6 Comments on “Understanding How Bad Recruiting Costs Your Firm Millions of Dollars

  1. It would be a good step to demonstrate the costs of poor recruiting, but the sports analogies don’t hold. For example, a recent study from Northwestern University found that replacing a ‘toxic’ employee with an average one yielded twice the return of hiring a top 1% performer. One of the biggest wrong moves of the recruiting industry has been to convince every company that they can have the top performers. They can’t. To extend the sports analogy, triple a teams know they aren’t in the majors, and don’t try to recruit MLB players. They don’t have the pay or prestige to offer, plain and simple.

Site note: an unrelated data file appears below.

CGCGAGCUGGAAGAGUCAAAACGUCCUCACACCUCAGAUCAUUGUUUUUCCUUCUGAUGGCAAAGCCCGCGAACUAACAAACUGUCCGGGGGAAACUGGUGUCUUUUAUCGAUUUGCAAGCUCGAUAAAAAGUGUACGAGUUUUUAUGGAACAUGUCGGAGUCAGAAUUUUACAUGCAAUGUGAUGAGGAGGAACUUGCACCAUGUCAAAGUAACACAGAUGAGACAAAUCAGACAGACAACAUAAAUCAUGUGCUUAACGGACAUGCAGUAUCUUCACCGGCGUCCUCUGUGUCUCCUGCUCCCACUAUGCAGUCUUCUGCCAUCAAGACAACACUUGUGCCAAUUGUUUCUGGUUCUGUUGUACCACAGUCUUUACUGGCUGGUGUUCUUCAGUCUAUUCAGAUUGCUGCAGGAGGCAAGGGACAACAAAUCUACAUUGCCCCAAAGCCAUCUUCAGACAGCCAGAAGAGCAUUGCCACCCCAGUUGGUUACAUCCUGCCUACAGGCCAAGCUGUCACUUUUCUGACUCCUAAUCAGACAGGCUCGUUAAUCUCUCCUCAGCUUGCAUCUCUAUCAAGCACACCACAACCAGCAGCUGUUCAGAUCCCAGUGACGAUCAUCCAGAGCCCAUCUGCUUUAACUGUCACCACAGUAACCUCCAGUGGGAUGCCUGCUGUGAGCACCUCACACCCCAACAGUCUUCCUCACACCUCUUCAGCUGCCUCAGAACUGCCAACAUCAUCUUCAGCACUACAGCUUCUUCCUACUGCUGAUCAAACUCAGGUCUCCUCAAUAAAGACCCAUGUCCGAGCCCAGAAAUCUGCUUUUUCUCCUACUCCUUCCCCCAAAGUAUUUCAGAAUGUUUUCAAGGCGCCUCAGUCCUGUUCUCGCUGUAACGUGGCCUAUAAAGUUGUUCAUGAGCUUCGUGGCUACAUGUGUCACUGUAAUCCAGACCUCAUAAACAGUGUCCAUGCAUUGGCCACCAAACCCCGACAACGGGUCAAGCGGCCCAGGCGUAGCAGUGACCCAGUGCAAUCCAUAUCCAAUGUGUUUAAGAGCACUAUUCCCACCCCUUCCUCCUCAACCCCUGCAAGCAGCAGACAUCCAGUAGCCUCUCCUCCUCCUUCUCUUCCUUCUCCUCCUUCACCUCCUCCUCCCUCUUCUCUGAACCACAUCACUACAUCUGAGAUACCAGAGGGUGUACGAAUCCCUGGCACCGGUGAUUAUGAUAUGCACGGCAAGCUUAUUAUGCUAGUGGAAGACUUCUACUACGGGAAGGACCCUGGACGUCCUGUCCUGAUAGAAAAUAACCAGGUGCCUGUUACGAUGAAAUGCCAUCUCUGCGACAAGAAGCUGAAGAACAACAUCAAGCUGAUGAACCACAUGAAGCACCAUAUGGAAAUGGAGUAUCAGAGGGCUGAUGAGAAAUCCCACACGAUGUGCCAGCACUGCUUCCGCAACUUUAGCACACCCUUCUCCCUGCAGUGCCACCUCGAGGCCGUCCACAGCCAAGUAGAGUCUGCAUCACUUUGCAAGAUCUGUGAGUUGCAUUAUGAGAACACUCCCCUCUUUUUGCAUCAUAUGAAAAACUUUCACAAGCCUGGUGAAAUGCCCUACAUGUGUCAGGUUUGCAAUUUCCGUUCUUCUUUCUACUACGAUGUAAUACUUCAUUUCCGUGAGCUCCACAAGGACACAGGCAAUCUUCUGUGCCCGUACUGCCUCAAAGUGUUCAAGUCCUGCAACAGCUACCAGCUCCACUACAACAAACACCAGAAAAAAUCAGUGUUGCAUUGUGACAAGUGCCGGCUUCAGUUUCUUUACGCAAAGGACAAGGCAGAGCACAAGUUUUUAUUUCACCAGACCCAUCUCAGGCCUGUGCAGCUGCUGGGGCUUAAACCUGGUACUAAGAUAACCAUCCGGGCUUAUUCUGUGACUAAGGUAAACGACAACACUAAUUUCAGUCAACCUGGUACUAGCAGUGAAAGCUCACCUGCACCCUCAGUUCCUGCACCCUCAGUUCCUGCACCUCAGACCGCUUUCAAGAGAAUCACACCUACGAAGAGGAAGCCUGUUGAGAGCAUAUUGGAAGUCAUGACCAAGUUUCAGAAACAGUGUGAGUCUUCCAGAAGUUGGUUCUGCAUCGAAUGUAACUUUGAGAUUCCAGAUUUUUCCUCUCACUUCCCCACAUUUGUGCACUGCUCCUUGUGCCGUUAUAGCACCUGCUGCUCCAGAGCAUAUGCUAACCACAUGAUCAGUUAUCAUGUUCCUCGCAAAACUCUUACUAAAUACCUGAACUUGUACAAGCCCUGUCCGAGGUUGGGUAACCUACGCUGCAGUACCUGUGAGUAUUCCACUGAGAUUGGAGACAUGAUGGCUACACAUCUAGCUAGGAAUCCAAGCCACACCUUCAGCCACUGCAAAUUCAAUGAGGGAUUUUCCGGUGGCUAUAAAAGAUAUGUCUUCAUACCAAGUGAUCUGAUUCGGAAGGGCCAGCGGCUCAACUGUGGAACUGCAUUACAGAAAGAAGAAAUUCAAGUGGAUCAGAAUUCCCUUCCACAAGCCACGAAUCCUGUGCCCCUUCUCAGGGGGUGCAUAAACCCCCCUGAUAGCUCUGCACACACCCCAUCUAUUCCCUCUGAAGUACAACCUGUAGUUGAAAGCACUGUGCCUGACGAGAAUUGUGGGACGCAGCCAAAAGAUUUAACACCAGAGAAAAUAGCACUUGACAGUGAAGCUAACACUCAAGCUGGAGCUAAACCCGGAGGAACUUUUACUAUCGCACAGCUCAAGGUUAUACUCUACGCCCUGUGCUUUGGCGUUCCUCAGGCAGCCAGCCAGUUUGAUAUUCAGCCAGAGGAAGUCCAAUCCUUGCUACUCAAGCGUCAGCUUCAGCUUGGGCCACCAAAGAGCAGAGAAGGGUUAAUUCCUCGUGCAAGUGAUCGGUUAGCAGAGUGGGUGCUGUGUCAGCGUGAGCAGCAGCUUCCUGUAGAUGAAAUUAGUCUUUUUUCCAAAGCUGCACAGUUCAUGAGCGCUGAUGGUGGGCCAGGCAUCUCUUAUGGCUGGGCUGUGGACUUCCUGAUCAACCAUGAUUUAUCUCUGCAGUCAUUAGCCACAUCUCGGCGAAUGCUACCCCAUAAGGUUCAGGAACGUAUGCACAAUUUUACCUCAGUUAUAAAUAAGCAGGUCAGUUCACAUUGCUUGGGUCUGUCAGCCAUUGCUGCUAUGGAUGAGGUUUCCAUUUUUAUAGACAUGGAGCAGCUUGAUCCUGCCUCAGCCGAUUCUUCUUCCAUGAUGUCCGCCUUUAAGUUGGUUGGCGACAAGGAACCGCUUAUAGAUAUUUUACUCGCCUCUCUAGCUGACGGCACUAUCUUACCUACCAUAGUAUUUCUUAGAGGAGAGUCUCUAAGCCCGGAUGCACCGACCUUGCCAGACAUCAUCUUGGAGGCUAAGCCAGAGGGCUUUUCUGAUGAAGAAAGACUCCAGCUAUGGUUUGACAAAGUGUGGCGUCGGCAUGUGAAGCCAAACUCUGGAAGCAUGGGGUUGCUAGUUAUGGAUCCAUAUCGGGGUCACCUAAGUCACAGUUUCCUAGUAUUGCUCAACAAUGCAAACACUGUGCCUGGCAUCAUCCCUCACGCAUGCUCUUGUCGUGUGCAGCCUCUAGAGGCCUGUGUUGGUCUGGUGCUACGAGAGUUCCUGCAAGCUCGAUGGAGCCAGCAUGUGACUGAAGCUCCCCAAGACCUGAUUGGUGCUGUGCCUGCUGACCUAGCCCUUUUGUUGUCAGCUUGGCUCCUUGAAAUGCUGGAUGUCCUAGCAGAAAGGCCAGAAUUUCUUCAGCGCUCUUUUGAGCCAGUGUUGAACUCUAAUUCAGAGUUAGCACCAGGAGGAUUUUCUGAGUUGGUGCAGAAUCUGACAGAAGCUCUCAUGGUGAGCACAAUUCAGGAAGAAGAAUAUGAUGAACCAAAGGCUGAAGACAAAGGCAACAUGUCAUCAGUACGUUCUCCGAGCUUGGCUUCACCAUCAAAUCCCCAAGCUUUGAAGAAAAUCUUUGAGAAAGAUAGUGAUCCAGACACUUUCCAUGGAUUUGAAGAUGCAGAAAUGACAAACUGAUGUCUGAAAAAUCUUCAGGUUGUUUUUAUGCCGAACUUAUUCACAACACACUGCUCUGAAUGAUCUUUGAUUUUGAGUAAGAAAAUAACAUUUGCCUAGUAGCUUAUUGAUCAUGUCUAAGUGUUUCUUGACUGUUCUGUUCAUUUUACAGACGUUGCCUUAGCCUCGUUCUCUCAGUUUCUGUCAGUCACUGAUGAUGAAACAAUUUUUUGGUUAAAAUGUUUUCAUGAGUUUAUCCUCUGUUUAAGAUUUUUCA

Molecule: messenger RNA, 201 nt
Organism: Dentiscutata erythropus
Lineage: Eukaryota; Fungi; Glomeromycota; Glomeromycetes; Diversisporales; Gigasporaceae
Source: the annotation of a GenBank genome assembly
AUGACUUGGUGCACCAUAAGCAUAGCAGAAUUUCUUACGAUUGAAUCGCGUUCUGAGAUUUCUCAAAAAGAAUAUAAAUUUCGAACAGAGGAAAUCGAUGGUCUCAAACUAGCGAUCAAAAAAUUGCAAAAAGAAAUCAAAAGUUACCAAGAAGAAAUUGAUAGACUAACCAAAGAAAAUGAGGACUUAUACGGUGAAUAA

So, rather than concentrating on hiring ‘top talent,’ if you really want to make a difference in a company’s hiring you will first rate your company’s game to see where it falls, and just what kind of talent it can expect to attract and retain. If you go into the process of trying to prove how much not hiring ‘LeBron James’ has cost you, you first have to make the argument you had a chance in hell of getting him to begin with, because it’s perfectly possible you could make him the best offer you possibly could, and he’d laugh in your face.

    Rather, stop trying to hire ‘top talent’ like you somehow deserve it, and run your company such that top talent wants to come to you rather than seeking it out. This approach is arguably more effective, but it raises questions most companies and business leaders would rather not answer, like, “just who actually does want to work here at our company?”